And all the evidence shows – they like what they see. Traditional brochures, pamphlets and videos and simply not in the same league.
Google launched the glasses in 2014 an inexpensive way to experience virtual reality (VR) to compete against powerhouses creating VR headsets including Samsung, Facebook Oculus Rift or Sony.
The glasses are made of cardboard and the technology is provided by the use of smartphones. You can read more about how they work here: https://www.google.com/get/cardboard
This is effective marketing at its empowering best. There is no need for hyperbole, no need for fast-talking slick pitches that over-egg the product.
Through state-of-the-art use of new technology, the potential student is already on the journey to becoming an actual student.
This break-through innovation is set to change education marketing.
It was conceived and implemented by our dedicated and expert colleagues at theHigher Education Consulting Group for whom the status quo is simply an exciting challenge to overcome.
Our revolutionary approach ensures that your university, college or school will be at the head of a very crowded field.
We have no truck with gimmicks and slick tricks. HECG spurns such notions – technology is always a means, never an end.
We put our clients first, we work with you to identify your goals, and we stay with you until those goals are reached and the necessary skills are embedded in your team.
This is exactly what we did with the University of Tasmania and the unique development of Google Cardboard Glasses.
Our objective was to assist the University to develop cutting-edge international marketing strategies, with the primary focus on utilising innovation to increase marketing impact while concurrently reducing costs. We succeeded in both challenges.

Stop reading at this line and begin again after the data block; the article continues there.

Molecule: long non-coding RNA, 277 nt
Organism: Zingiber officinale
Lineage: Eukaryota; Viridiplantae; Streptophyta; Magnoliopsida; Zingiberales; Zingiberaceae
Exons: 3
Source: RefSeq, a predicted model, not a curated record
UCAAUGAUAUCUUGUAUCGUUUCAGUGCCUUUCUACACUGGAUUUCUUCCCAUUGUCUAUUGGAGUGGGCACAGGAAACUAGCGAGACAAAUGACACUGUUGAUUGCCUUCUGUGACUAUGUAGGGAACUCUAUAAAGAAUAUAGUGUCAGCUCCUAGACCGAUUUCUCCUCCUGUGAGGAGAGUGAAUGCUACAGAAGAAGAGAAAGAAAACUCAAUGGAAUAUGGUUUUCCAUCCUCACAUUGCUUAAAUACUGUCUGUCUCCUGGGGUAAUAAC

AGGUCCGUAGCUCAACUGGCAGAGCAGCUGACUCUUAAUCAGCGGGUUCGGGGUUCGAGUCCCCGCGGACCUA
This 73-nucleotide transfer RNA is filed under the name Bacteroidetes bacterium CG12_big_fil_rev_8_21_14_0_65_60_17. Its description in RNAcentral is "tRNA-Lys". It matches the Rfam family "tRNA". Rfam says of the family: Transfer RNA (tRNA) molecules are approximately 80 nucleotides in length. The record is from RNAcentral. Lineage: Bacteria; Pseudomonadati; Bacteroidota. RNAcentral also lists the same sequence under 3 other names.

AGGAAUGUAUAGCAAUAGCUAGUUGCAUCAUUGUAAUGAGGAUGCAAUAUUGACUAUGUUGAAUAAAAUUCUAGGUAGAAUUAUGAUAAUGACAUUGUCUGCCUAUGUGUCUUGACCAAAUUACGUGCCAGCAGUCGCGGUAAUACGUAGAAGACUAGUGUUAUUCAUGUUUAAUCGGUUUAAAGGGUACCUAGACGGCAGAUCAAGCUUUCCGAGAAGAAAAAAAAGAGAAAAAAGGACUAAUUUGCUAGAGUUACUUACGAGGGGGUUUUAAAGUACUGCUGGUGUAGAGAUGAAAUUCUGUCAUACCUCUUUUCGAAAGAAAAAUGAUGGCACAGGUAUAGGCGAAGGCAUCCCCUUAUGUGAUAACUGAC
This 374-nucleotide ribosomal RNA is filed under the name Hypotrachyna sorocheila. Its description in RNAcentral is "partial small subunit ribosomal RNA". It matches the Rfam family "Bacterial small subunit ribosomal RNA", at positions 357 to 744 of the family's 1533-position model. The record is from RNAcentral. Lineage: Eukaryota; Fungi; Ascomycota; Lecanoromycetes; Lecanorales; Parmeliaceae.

This partnership with the University of Tasmania (UTAS) is just one example of HECG’s capacity for innovation, thought leadership and – just as importantly – of our total focus on the needs of our customers: to get them to where they want to be, and perhaps even farther than they thought possible.
We at HECG work closely with our clients, establishing them at the very centre of the structures we develop in close consultation with key staff, so that solutions are especially tailored for the unique demands of your institution.
We do what we need to do – and for HECG that means coming up with ideas that work in the real world. And when the job is finished, we move on.
Our primary goals are:
- To transfer skills and embed capabilities
- Ensure shared business objectives
- To create long term measurements and establish ongoing management; and
- To create demand pipelines to ensure future success
HECG can help your institution to achieve your goals in the area you deem necessary for improvement.
We have more than one dozen dedicated experts in five practice areas: demand generation and digital marketing; analytics and business intelligence; channel management; program segmentation; and accessibility, – through our social venture the Global Access Project or GAP.